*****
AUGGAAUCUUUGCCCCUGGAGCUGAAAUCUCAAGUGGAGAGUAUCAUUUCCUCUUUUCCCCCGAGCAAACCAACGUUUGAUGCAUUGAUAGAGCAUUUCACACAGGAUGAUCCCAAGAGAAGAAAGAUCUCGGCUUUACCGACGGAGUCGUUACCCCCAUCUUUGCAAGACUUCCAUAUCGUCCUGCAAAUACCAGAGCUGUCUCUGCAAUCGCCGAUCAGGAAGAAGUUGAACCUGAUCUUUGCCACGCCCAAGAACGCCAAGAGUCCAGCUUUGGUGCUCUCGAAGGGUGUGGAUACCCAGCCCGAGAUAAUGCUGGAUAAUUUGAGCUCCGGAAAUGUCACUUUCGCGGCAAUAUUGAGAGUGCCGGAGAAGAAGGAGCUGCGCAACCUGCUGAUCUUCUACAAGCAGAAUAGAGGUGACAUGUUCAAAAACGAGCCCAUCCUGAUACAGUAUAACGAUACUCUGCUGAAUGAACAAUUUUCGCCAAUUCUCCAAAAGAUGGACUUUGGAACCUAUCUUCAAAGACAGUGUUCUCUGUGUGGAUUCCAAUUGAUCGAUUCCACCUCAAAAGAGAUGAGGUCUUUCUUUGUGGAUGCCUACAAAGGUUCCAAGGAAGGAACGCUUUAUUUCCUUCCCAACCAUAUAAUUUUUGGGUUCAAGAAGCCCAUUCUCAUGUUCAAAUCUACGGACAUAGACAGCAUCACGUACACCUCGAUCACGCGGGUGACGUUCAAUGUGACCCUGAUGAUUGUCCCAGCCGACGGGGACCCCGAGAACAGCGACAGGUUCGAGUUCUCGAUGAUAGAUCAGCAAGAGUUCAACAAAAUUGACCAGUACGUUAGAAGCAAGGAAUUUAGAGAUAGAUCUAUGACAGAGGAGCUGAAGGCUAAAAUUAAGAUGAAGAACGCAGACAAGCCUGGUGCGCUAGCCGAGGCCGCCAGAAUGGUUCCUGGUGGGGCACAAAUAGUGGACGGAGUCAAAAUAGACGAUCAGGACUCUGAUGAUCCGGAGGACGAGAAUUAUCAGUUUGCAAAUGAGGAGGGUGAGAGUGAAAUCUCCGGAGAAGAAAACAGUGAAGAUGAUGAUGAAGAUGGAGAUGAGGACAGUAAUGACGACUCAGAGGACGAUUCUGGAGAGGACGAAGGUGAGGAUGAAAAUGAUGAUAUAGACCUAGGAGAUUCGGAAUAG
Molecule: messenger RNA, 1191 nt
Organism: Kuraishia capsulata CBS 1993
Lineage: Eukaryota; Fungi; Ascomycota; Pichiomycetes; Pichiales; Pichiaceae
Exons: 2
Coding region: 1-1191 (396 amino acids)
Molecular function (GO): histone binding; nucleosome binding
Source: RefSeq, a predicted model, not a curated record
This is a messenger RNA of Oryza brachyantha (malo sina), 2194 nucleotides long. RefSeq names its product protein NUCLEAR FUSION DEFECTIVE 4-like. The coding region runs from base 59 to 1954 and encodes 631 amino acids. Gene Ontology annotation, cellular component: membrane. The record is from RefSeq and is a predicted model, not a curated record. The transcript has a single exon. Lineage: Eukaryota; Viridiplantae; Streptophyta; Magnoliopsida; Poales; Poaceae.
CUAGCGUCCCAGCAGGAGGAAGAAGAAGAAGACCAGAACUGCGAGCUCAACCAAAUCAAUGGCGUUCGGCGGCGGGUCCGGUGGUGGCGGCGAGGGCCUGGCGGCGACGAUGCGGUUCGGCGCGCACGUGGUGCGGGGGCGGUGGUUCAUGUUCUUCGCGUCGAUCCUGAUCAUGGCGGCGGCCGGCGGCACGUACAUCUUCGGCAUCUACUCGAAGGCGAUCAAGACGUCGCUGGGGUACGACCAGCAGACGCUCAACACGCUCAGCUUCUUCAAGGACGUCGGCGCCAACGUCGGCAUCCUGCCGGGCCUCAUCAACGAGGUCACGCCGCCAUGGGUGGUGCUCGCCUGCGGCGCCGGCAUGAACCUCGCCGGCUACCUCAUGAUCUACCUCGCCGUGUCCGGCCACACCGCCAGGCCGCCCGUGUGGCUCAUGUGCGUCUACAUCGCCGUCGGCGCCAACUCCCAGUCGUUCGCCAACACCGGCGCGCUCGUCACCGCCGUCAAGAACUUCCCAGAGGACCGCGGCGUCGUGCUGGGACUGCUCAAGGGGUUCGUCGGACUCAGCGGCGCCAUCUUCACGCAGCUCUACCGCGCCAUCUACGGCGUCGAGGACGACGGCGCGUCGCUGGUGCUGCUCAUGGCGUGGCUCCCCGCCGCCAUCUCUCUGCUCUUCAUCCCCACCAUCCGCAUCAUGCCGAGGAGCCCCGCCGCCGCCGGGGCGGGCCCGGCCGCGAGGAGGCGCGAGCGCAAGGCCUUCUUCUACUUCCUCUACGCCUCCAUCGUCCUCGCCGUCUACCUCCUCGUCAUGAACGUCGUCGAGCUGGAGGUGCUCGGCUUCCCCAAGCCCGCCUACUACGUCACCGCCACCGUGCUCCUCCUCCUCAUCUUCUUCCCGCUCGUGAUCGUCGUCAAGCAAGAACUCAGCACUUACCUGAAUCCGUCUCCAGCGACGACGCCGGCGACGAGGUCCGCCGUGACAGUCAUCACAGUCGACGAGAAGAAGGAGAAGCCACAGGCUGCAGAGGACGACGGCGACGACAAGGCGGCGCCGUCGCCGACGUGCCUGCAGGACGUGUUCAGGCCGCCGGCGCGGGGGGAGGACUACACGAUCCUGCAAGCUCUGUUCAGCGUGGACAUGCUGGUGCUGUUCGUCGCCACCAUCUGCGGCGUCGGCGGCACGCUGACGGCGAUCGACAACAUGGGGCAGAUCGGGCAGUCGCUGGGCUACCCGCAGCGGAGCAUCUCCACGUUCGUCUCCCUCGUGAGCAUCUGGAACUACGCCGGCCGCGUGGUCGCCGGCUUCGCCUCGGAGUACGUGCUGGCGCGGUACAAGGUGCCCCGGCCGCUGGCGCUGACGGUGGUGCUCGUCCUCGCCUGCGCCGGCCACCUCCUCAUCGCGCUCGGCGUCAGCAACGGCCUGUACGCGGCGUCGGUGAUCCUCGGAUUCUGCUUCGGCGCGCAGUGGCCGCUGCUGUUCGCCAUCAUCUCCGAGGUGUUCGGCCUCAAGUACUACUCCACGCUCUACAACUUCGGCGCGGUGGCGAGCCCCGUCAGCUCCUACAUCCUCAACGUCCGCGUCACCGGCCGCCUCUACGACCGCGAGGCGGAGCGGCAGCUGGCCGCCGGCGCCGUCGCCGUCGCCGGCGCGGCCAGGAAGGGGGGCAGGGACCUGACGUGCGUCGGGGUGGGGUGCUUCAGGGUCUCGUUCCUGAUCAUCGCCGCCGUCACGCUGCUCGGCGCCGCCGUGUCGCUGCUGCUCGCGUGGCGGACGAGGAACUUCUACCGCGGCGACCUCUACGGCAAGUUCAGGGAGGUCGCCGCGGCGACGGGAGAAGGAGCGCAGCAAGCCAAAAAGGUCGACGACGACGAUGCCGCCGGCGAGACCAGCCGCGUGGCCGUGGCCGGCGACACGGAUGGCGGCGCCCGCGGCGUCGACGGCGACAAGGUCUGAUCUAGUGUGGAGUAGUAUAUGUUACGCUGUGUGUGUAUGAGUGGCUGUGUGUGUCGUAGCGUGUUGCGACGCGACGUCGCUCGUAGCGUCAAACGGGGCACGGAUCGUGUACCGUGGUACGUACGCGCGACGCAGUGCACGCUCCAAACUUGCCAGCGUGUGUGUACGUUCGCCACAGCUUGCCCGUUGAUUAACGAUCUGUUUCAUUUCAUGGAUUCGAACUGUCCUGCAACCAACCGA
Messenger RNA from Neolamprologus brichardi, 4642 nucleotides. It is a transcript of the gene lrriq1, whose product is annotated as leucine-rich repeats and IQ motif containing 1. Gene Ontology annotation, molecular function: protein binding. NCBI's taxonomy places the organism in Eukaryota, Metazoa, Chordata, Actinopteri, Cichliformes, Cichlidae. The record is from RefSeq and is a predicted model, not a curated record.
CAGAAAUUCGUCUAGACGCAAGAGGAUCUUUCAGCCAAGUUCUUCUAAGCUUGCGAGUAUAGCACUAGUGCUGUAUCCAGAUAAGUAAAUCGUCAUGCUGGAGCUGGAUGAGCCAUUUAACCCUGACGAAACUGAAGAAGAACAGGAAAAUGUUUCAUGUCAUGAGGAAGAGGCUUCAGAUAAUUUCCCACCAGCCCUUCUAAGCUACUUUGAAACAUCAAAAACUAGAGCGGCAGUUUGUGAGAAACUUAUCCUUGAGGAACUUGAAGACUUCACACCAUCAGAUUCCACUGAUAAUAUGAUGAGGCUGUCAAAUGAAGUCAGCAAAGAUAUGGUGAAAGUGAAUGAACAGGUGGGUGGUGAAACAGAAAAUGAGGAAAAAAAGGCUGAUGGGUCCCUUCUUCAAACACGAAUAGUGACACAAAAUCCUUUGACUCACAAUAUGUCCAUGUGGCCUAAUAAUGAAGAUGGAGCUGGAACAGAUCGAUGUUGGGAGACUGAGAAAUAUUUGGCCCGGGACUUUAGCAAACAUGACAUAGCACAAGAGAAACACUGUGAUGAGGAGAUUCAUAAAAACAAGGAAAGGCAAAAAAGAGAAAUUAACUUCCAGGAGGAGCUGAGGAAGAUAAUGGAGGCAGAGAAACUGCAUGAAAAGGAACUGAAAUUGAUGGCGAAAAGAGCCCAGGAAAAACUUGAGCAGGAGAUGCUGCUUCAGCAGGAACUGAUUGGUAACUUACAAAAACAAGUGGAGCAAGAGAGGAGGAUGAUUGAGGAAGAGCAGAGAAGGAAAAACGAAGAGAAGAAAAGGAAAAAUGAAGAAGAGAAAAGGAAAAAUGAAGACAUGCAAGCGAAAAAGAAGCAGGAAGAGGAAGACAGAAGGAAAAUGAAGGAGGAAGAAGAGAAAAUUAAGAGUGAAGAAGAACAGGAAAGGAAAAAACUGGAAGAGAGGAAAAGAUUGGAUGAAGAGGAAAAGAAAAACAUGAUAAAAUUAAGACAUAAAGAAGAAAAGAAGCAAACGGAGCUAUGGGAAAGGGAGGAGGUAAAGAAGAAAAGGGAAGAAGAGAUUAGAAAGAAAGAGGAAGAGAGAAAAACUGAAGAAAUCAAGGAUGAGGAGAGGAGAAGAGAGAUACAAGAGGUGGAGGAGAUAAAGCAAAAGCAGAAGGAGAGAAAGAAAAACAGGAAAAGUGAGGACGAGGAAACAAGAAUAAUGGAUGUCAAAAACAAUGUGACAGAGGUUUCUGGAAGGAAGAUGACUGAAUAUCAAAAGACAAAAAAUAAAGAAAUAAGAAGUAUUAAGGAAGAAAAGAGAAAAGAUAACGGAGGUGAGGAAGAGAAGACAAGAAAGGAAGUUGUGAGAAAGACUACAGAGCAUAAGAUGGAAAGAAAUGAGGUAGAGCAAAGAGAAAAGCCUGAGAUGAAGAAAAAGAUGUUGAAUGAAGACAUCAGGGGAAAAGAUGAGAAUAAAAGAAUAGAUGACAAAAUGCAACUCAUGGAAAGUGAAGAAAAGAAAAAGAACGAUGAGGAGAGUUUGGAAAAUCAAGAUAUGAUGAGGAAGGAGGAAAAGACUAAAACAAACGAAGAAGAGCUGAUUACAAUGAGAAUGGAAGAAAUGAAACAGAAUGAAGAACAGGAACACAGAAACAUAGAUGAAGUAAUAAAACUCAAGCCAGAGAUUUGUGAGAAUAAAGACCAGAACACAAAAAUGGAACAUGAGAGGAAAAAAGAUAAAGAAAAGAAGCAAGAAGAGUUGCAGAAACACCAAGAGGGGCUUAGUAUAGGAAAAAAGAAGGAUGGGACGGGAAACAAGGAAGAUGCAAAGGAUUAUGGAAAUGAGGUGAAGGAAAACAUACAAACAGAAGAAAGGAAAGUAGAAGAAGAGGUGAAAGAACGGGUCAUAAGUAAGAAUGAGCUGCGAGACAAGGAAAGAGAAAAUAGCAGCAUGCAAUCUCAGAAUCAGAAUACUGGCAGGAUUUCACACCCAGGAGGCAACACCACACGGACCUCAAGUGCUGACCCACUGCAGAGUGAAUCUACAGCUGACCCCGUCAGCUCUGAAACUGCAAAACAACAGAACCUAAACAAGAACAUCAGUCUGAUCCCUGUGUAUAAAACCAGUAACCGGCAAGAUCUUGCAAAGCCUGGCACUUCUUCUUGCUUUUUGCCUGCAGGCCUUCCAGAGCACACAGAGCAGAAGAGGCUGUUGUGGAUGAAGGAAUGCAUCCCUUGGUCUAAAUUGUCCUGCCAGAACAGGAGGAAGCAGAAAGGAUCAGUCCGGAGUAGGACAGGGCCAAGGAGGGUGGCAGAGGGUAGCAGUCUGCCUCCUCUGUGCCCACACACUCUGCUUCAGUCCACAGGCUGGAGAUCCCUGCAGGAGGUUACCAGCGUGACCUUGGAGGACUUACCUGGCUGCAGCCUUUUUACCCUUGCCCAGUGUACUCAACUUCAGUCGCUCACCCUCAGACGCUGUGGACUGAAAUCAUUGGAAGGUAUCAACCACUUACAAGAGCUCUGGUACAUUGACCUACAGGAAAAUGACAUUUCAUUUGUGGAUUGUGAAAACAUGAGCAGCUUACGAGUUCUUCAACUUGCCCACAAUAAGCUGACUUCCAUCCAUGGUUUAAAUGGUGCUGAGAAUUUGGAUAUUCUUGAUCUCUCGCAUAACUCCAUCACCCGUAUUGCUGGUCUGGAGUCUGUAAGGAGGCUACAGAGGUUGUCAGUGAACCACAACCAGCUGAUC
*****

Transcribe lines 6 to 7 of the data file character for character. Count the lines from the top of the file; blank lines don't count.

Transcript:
Coding region: 1-1191 (396 amino acids)
Molecular function (GO): histone binding; nucleosome binding